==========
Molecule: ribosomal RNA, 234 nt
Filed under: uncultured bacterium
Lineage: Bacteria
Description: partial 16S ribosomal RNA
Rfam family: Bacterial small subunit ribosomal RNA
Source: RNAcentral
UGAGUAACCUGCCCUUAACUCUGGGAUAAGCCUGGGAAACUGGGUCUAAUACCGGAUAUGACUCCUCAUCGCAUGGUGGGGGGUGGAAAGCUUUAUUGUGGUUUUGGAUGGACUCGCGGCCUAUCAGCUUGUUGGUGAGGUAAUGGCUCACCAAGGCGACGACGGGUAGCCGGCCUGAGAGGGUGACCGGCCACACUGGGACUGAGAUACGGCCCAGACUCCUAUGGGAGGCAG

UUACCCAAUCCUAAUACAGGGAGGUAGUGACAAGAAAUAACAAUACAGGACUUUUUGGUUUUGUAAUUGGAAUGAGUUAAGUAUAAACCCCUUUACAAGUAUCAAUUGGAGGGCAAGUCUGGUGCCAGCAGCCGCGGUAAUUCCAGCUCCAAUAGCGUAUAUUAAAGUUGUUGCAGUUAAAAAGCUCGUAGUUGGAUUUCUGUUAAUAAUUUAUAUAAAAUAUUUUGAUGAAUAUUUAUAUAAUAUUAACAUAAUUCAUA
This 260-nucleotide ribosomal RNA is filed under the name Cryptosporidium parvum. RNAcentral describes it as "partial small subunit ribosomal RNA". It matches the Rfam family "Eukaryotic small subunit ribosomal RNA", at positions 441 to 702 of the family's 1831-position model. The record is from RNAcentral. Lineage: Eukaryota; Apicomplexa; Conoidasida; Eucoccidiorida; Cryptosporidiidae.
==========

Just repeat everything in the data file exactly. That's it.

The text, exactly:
Molecule: ribosomal RNA, 234 nt
Filed under: uncultured bacterium
Lineage: Bacteria
Description: partial 16S ribosomal RNA
Rfam family: Bacterial small subunit ribosomal RNA
Source: RNAcentral
UGAGUAACCUGCCCUUAACUCUGGGAUAAGCCUGGGAAACUGGGUCUAAUACCGGAUAUGACUCCUCAUCGCAUGGUGGGGGGUGGAAAGCUUUAUUGUGGUUUUGGAUGGACUCGCGGCCUAUCAGCUUGUUGGUGAGGUAAUGGCUCACCAAGGCGACGACGGGUAGCCGGCCUGAGAGGGUGACCGGCCACACUGGGACUGAGAUACGGCCCAGACUCCUAUGGGAGGCAG

UUACCCAAUCCUAAUACAGGGAGGUAGUGACAAGAAAUAACAAUACAGGACUUUUUGGUUUUGUAAUUGGAAUGAGUUAAGUAUAAACCCCUUUACAAGUAUCAAUUGGAGGGCAAGUCUGGUGCCAGCAGCCGCGGUAAUUCCAGCUCCAAUAGCGUAUAUUAAAGUUGUUGCAGUUAAAAAGCUCGUAGUUGGAUUUCUGUUAAUAAUUUAUAUAAAAUAUUUUGAUGAAUAUUUAUAUAAUAUUAACAUAAUUCAUA
This 260-nucleotide ribosomal RNA is filed under the name Cryptosporidium parvum. RNAcentral describes it as "partial small subunit ribosomal RNA". It matches the Rfam family "Eukaryotic small subunit ribosomal RNA", at positions 441 to 702 of the family's 1831-position model. The record is from RNAcentral. Lineage: Eukaryota; Apicomplexa; Conoidasida; Eucoccidiorida; Cryptosporidiidae.